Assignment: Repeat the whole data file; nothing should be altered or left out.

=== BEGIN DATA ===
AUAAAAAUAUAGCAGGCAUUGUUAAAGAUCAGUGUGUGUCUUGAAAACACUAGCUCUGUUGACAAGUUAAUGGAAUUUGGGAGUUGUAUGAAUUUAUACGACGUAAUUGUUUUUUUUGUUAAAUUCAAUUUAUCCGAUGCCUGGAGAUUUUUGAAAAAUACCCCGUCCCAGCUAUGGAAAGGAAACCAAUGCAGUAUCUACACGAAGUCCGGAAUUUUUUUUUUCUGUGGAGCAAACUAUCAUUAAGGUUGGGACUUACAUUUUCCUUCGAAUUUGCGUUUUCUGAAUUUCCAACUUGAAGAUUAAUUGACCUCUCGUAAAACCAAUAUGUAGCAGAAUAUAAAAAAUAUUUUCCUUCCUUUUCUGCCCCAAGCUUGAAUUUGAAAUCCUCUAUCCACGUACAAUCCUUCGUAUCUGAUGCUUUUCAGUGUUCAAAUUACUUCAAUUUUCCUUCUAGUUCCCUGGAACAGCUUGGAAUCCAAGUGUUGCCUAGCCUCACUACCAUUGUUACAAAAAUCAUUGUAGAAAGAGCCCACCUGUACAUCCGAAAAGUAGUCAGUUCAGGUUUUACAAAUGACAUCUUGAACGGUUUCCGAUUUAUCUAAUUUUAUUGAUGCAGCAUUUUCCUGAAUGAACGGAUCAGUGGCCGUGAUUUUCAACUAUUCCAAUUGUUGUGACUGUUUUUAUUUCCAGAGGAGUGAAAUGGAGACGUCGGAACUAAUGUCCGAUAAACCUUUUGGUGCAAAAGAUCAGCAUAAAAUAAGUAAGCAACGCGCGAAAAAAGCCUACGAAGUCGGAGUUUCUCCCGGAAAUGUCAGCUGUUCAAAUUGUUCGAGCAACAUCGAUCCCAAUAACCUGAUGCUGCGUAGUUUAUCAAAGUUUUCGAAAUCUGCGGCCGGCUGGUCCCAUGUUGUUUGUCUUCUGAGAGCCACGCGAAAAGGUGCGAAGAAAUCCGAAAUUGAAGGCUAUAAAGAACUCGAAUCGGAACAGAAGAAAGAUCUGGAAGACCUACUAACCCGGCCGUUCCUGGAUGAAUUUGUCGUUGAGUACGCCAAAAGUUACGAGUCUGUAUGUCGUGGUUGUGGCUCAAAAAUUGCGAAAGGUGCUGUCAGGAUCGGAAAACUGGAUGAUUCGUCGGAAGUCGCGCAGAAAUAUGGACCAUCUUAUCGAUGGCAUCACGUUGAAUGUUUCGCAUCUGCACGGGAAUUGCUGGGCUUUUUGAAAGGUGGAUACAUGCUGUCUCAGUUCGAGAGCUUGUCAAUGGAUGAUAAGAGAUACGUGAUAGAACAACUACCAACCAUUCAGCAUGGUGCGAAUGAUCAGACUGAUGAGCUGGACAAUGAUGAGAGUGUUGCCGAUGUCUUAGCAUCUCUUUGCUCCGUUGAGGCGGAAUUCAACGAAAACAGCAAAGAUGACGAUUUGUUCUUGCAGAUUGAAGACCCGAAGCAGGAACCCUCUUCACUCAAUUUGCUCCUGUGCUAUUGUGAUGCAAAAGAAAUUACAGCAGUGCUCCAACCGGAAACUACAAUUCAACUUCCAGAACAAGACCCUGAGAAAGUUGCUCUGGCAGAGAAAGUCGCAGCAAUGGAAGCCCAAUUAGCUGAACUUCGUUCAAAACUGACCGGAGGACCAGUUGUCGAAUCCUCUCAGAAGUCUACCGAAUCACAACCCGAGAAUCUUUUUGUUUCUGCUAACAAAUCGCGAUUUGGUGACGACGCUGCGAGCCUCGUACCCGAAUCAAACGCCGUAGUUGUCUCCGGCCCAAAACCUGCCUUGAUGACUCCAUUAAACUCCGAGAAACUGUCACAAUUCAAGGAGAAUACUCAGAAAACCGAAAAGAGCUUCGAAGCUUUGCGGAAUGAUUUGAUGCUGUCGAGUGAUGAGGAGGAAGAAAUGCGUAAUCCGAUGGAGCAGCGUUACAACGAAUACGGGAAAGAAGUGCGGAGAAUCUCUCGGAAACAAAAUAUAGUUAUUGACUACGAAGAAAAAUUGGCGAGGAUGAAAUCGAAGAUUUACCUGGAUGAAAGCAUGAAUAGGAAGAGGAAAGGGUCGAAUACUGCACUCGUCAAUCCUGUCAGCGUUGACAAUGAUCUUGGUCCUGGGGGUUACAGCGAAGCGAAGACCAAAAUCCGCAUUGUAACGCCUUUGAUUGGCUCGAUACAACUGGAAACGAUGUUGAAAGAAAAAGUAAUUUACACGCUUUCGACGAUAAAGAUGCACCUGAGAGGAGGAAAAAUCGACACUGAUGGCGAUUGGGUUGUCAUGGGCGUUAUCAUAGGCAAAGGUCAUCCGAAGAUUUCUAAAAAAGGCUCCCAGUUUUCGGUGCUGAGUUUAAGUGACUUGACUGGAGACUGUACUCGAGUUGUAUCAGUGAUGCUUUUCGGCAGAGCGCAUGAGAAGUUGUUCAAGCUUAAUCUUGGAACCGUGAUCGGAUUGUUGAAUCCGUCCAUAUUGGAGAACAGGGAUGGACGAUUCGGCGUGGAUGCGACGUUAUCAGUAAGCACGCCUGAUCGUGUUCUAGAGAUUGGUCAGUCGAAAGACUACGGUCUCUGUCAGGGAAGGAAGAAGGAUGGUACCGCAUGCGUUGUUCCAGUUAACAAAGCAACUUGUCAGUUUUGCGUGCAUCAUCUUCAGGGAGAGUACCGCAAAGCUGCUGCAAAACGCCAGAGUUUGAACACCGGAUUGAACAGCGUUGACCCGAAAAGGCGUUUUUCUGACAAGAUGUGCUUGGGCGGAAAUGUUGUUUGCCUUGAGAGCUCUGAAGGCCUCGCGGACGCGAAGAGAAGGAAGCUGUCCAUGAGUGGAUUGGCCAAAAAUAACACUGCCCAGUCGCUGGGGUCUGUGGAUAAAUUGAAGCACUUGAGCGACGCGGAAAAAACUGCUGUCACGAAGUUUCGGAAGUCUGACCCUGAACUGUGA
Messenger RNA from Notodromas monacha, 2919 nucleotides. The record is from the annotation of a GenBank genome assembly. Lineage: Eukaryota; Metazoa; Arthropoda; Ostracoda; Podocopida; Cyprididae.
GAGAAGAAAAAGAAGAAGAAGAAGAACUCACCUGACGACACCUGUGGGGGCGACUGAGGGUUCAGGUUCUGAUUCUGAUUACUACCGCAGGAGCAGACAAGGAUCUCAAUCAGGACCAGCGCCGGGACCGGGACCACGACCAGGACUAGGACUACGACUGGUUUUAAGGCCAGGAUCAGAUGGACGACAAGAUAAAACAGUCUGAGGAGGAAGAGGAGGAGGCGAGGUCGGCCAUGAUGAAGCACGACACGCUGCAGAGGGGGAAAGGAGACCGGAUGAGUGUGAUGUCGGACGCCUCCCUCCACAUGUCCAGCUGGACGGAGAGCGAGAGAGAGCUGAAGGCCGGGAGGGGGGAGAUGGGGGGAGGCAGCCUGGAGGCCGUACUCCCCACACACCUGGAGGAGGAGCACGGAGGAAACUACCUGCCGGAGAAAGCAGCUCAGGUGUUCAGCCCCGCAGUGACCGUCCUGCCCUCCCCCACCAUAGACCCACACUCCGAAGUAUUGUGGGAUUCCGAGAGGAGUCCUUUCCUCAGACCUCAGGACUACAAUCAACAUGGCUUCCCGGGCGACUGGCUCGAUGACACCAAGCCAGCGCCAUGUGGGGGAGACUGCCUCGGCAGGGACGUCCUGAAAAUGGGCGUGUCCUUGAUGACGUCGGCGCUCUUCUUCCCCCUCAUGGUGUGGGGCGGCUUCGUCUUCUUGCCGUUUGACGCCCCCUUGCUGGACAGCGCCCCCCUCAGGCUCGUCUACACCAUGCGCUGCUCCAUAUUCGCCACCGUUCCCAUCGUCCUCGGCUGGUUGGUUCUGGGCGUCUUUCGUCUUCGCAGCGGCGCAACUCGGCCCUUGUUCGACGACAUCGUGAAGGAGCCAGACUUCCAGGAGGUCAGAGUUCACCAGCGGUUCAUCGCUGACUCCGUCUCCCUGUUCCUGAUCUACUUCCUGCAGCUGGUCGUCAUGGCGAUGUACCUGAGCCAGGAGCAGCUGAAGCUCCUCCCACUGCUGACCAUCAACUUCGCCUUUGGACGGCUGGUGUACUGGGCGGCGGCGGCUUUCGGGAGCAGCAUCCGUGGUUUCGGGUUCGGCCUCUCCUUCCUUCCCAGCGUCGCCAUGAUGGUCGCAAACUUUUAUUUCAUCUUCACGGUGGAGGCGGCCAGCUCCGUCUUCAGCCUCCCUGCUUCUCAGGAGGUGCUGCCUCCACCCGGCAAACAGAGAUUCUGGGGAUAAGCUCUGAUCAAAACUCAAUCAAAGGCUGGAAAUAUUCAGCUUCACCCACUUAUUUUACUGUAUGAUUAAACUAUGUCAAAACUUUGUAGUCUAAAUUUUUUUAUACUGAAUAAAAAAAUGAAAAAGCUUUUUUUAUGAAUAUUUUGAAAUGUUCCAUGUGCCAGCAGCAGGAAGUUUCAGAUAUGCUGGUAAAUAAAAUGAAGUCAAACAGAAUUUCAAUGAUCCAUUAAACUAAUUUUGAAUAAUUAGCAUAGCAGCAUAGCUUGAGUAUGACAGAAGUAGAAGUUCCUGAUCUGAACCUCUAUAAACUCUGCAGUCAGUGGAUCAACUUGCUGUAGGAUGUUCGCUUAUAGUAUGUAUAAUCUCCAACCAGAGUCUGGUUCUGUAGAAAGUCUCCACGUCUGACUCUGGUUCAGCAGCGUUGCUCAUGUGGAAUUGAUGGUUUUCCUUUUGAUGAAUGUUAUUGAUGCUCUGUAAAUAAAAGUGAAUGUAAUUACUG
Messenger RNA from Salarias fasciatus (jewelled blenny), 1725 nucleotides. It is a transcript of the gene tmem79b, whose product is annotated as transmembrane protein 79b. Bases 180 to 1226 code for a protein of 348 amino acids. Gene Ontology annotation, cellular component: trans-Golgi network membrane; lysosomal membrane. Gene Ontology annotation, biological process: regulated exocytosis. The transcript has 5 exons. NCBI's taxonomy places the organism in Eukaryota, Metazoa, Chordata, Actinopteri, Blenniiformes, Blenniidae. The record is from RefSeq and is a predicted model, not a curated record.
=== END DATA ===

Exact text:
AUAAAAAUAUAGCAGGCAUUGUUAAAGAUCAGUGUGUGUCUUGAAAACACUAGCUCUGUUGACAAGUUAAUGGAAUUUGGGAGUUGUAUGAAUUUAUACGACGUAAUUGUUUUUUUUGUUAAAUUCAAUUUAUCCGAUGCCUGGAGAUUUUUGAAAAAUACCCCGUCCCAGCUAUGGAAAGGAAACCAAUGCAGUAUCUACACGAAGUCCGGAAUUUUUUUUUUCUGUGGAGCAAACUAUCAUUAAGGUUGGGACUUACAUUUUCCUUCGAAUUUGCGUUUUCUGAAUUUCCAACUUGAAGAUUAAUUGACCUCUCGUAAAACCAAUAUGUAGCAGAAUAUAAAAAAUAUUUUCCUUCCUUUUCUGCCCCAAGCUUGAAUUUGAAAUCCUCUAUCCACGUACAAUCCUUCGUAUCUGAUGCUUUUCAGUGUUCAAAUUACUUCAAUUUUCCUUCUAGUUCCCUGGAACAGCUUGGAAUCCAAGUGUUGCCUAGCCUCACUACCAUUGUUACAAAAAUCAUUGUAGAAAGAGCCCACCUGUACAUCCGAAAAGUAGUCAGUUCAGGUUUUACAAAUGACAUCUUGAACGGUUUCCGAUUUAUCUAAUUUUAUUGAUGCAGCAUUUUCCUGAAUGAACGGAUCAGUGGCCGUGAUUUUCAACUAUUCCAAUUGUUGUGACUGUUUUUAUUUCCAGAGGAGUGAAAUGGAGACGUCGGAACUAAUGUCCGAUAAACCUUUUGGUGCAAAAGAUCAGCAUAAAAUAAGUAAGCAACGCGCGAAAAAAGCCUACGAAGUCGGAGUUUCUCCCGGAAAUGUCAGCUGUUCAAAUUGUUCGAGCAACAUCGAUCCCAAUAACCUGAUGCUGCGUAGUUUAUCAAAGUUUUCGAAAUCUGCGGCCGGCUGGUCCCAUGUUGUUUGUCUUCUGAGAGCCACGCGAAAAGGUGCGAAGAAAUCCGAAAUUGAAGGCUAUAAAGAACUCGAAUCGGAACAGAAGAAAGAUCUGGAAGACCUACUAACCCGGCCGUUCCUGGAUGAAUUUGUCGUUGAGUACGCCAAAAGUUACGAGUCUGUAUGUCGUGGUUGUGGCUCAAAAAUUGCGAAAGGUGCUGUCAGGAUCGGAAAACUGGAUGAUUCGUCGGAAGUCGCGCAGAAAUAUGGACCAUCUUAUCGAUGGCAUCACGUUGAAUGUUUCGCAUCUGCACGGGAAUUGCUGGGCUUUUUGAAAGGUGGAUACAUGCUGUCUCAGUUCGAGAGCUUGUCAAUGGAUGAUAAGAGAUACGUGAUAGAACAACUACCAACCAUUCAGCAUGGUGCGAAUGAUCAGACUGAUGAGCUGGACAAUGAUGAGAGUGUUGCCGAUGUCUUAGCAUCUCUUUGCUCCGUUGAGGCGGAAUUCAACGAAAACAGCAAAGAUGACGAUUUGUUCUUGCAGAUUGAAGACCCGAAGCAGGAACCCUCUUCACUCAAUUUGCUCCUGUGCUAUUGUGAUGCAAAAGAAAUUACAGCAGUGCUCCAACCGGAAACUACAAUUCAACUUCCAGAACAAGACCCUGAGAAAGUUGCUCUGGCAGAGAAAGUCGCAGCAAUGGAAGCCCAAUUAGCUGAACUUCGUUCAAAACUGACCGGAGGACCAGUUGUCGAAUCCUCUCAGAAGUCUACCGAAUCACAACCCGAGAAUCUUUUUGUUUCUGCUAACAAAUCGCGAUUUGGUGACGACGCUGCGAGCCUCGUACCCGAAUCAAACGCCGUAGUUGUCUCCGGCCCAAAACCUGCCUUGAUGACUCCAUUAAACUCCGAGAAACUGUCACAAUUCAAGGAGAAUACUCAGAAAACCGAAAAGAGCUUCGAAGCUUUGCGGAAUGAUUUGAUGCUGUCGAGUGAUGAGGAGGAAGAAAUGCGUAAUCCGAUGGAGCAGCGUUACAACGAAUACGGGAAAGAAGUGCGGAGAAUCUCUCGGAAACAAAAUAUAGUUAUUGACUACGAAGAAAAAUUGGCGAGGAUGAAAUCGAAGAUUUACCUGGAUGAAAGCAUGAAUAGGAAGAGGAAAGGGUCGAAUACUGCACUCGUCAAUCCUGUCAGCGUUGACAAUGAUCUUGGUCCUGGGGGUUACAGCGAAGCGAAGACCAAAAUCCGCAUUGUAACGCCUUUGAUUGGCUCGAUACAACUGGAAACGAUGUUGAAAGAAAAAGUAAUUUACACGCUUUCGACGAUAAAGAUGCACCUGAGAGGAGGAAAAAUCGACACUGAUGGCGAUUGGGUUGUCAUGGGCGUUAUCAUAGGCAAAGGUCAUCCGAAGAUUUCUAAAAAAGGCUCCCAGUUUUCGGUGCUGAGUUUAAGUGACUUGACUGGAGACUGUACUCGAGUUGUAUCAGUGAUGCUUUUCGGCAGAGCGCAUGAGAAGUUGUUCAAGCUUAAUCUUGGAACCGUGAUCGGAUUGUUGAAUCCGUCCAUAUUGGAGAACAGGGAUGGACGAUUCGGCGUGGAUGCGACGUUAUCAGUAAGCACGCCUGAUCGUGUUCUAGAGAUUGGUCAGUCGAAAGACUACGGUCUCUGUCAGGGAAGGAAGAAGGAUGGUACCGCAUGCGUUGUUCCAGUUAACAAAGCAACUUGUCAGUUUUGCGUGCAUCAUCUUCAGGGAGAGUACCGCAAAGCUGCUGCAAAACGCCAGAGUUUGAACACCGGAUUGAACAGCGUUGACCCGAAAAGGCGUUUUUCUGACAAGAUGUGCUUGGGCGGAAAUGUUGUUUGCCUUGAGAGCUCUGAAGGCCUCGCGGACGCGAAGAGAAGGAAGCUGUCCAUGAGUGGAUUGGCCAAAAAUAACACUGCCCAGUCGCUGGGGUCUGUGGAUAAAUUGAAGCACUUGAGCGACGCGGAAAAAACUGCUGUCACGAAGUUUCGGAAGUCUGACCCUGAACUGUGA
Messenger RNA from Notodromas monacha, 2919 nucleotides. The record is from the annotation of a GenBank genome assembly. Lineage: Eukaryota; Metazoa; Arthropoda; Ostracoda; Podocopida; Cyprididae.
GAGAAGAAAAAGAAGAAGAAGAAGAACUCACCUGACGACACCUGUGGGGGCGACUGAGGGUUCAGGUUCUGAUUCUGAUUACUACCGCAGGAGCAGACAAGGAUCUCAAUCAGGACCAGCGCCGGGACCGGGACCACGACCAGGACUAGGACUACGACUGGUUUUAAGGCCAGGAUCAGAUGGACGACAAGAUAAAACAGUCUGAGGAGGAAGAGGAGGAGGCGAGGUCGGCCAUGAUGAAGCACGACACGCUGCAGAGGGGGAAAGGAGACCGGAUGAGUGUGAUGUCGGACGCCUCCCUCCACAUGUCCAGCUGGACGGAGAGCGAGAGAGAGCUGAAGGCCGGGAGGGGGGAGAUGGGGGGAGGCAGCCUGGAGGCCGUACUCCCCACACACCUGGAGGAGGAGCACGGAGGAAACUACCUGCCGGAGAAAGCAGCUCAGGUGUUCAGCCCCGCAGUGACCGUCCUGCCCUCCCCCACCAUAGACCCACACUCCGAAGUAUUGUGGGAUUCCGAGAGGAGUCCUUUCCUCAGACCUCAGGACUACAAUCAACAUGGCUUCCCGGGCGACUGGCUCGAUGACACCAAGCCAGCGCCAUGUGGGGGAGACUGCCUCGGCAGGGACGUCCUGAAAAUGGGCGUGUCCUUGAUGACGUCGGCGCUCUUCUUCCCCCUCAUGGUGUGGGGCGGCUUCGUCUUCUUGCCGUUUGACGCCCCCUUGCUGGACAGCGCCCCCCUCAGGCUCGUCUACACCAUGCGCUGCUCCAUAUUCGCCACCGUUCCCAUCGUCCUCGGCUGGUUGGUUCUGGGCGUCUUUCGUCUUCGCAGCGGCGCAACUCGGCCCUUGUUCGACGACAUCGUGAAGGAGCCAGACUUCCAGGAGGUCAGAGUUCACCAGCGGUUCAUCGCUGACUCCGUCUCCCUGUUCCUGAUCUACUUCCUGCAGCUGGUCGUCAUGGCGAUGUACCUGAGCCAGGAGCAGCUGAAGCUCCUCCCACUGCUGACCAUCAACUUCGCCUUUGGACGGCUGGUGUACUGGGCGGCGGCGGCUUUCGGGAGCAGCAUCCGUGGUUUCGGGUUCGGCCUCUCCUUCCUUCCCAGCGUCGCCAUGAUGGUCGCAAACUUUUAUUUCAUCUUCACGGUGGAGGCGGCCAGCUCCGUCUUCAGCCUCCCUGCUUCUCAGGAGGUGCUGCCUCCACCCGGCAAACAGAGAUUCUGGGGAUAAGCUCUGAUCAAAACUCAAUCAAAGGCUGGAAAUAUUCAGCUUCACCCACUUAUUUUACUGUAUGAUUAAACUAUGUCAAAACUUUGUAGUCUAAAUUUUUUUAUACUGAAUAAAAAAAUGAAAAAGCUUUUUUUAUGAAUAUUUUGAAAUGUUCCAUGUGCCAGCAGCAGGAAGUUUCAGAUAUGCUGGUAAAUAAAAUGAAGUCAAACAGAAUUUCAAUGAUCCAUUAAACUAAUUUUGAAUAAUUAGCAUAGCAGCAUAGCUUGAGUAUGACAGAAGUAGAAGUUCCUGAUCUGAACCUCUAUAAACUCUGCAGUCAGUGGAUCAACUUGCUGUAGGAUGUUCGCUUAUAGUAUGUAUAAUCUCCAACCAGAGUCUGGUUCUGUAGAAAGUCUCCACGUCUGACUCUGGUUCAGCAGCGUUGCUCAUGUGGAAUUGAUGGUUUUCCUUUUGAUGAAUGUUAUUGAUGCUCUGUAAAUAAAAGUGAAUGUAAUUACUG
Messenger RNA from Salarias fasciatus (jewelled blenny), 1725 nucleotides. It is a transcript of the gene tmem79b, whose product is annotated as transmembrane protein 79b. Bases 180 to 1226 code for a protein of 348 amino acids. Gene Ontology annotation, cellular component: trans-Golgi network membrane; lysosomal membrane. Gene Ontology annotation, biological process: regulated exocytosis. The transcript has 5 exons. NCBI's taxonomy places the organism in Eukaryota, Metazoa, Chordata, Actinopteri, Blenniiformes, Blenniidae. The record is from RefSeq and is a predicted model, not a curated record.